Malawi’s major donors have described President Peter Mutharika’s speech he delivered today morning during the opening of the 46th Session of Parliament as a frank and sincere assessment of the country’s situation.
However, the donors have urged President Mutharika to match action to his Parliament address promise on turning the fortunes of the country.
The donors in particular, welcomed Mutharika’s promise to enact the much anticipated Access to Information Bill (ATI) and Land Bill, saying the move would usher in a new era of transparency and accountability.
Mutharika’s 24-minute address was closely watched closely by Malawians and international community. Among them, envoys of nations that once contributed 40 percent of Malawi’s budget but who have now suspended direct budget aid for various concerns, chief among them, poor financial management.
Representatives of the IMF, World Bank, Britain, US, Germany and UK—speaking separately shortly after Mutharika finished the address, welcomed the address with caution, describing the speech as promising but emphasized the need for caution.
World Bank Country Representative Laura Kullenberg, described the speech as a “frank speech focused on the challenges facing the country,” citing reforms, public financial management and emphasis of prudence as crucial areas.
“It’s important that some critical bills are now about to be tabled; the Access to Information Bill and Land Bill. My feeling is that one statement resonated very strongly: on the fifty year mark, our children will never forgive us, if we continue wasting time,” said Kullenberg.
British High Commissioner Michael Nevin said the speech presented “a realistic picture of the situation in the country” which is good for the country.
He welcomed talk on controlling expenditure and inflation but urged Mutharika to walk the talk.
Nevin, the envoy of Malawi’s former biggest aid provider, further welcomed Mutharika’s stipulated goal of economic independence but said such talk must be matched with action.
“We, collectively as donors’ community in Malawi, are still giving over 1 billon dollars to this country so our support is there but like the government, we want to move to a position where that amount is reducing because Malawi is able to stand on its own feet.
“But to do that you have to create the right environment for trade and investments. He also explained about much better control of expenditure, clamp down on fraud, the path is correct but let’s walk that path,” said Nevin.
Germany ambassador Peter Woeste said while the speech was full of promise, he noted that there is a need to expand more on exact steps government will undertake to achieve its goals.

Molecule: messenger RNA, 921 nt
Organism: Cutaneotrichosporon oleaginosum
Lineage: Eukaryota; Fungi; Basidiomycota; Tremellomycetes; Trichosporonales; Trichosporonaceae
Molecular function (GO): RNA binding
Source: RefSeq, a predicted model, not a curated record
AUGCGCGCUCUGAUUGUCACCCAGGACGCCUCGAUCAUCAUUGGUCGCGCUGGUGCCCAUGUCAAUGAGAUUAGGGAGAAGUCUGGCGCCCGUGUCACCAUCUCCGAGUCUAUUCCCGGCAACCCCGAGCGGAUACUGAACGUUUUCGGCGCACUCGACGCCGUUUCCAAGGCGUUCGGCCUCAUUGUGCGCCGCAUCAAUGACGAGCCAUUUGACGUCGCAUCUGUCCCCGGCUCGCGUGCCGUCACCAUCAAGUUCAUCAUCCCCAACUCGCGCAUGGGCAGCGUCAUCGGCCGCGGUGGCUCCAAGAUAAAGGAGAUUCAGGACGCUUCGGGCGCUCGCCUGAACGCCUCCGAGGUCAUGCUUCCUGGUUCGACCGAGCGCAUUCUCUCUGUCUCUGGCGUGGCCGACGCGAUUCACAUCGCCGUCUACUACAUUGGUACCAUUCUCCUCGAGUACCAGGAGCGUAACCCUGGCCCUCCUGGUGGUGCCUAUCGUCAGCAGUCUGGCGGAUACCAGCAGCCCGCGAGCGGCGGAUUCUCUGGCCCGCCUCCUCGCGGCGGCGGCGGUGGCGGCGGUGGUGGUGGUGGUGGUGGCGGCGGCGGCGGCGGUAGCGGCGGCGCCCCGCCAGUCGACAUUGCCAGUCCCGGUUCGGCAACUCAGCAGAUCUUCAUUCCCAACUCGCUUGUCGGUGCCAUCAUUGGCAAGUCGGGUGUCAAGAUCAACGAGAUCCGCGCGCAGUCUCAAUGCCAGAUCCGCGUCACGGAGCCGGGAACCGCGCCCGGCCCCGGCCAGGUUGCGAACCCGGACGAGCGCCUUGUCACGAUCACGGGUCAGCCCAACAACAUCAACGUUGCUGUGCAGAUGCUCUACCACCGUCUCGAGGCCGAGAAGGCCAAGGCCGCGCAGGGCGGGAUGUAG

“First, I congratulate the President for making definitely probably the shortest speech I have ever been able to witness and he mentioned that the government will table two important bills, the Access to Information and Land Bill which is a great way forward.
“He gave a great analysis of the current situation in the country but did not provide much of a way forward but give me much time to analyse the speech,” said Woeste.
US Ambassador Virginia Palmer described the speech as “short and sweet’ but also frank; citing the declaration to end drug theft as inspiring.
“I hope that the government of Malawi will do the three basic things; the reform of the FISP, sticking with IMF targets and full implementation of the public sector reforms that are prerequisite to the IMF programme and the resumption of the EU budget support and the coming in on board of the World Bank,” said Palmer.
EU ambassador Marchel German pledged fresh EU support to the administration and echoed the call to ensure the IMF programme is back on track, urging government to focus on inclusive economic growth.
“The reality is that in Malawi there will still be the need for quite a bit of assistance but over time Malawi needs to graduate and move to trade and investment agenda but what is important is to have the right policies are being implemented,” said German.
IMF representative Geoffrey Oestreicher said the speech acknowledged there is some “catch up to do” for the IMF programme to get back on track and indicated Mutharika understands what needs to be done.
“It was positive that he made reference to the need to regain fiscal discipline, keep the monetary policy at the appropriate stance and move forcefully with reforms to safeguard public resources, I am emboldened by what I have heard,” said Oestreicher.
The address comes as Mutharika opened the 46th session of Parliament which is expected to tackle several crucial matters and discuss a national budget and comes amid looming hunger, continued donor aid uncertainty and worsening economy.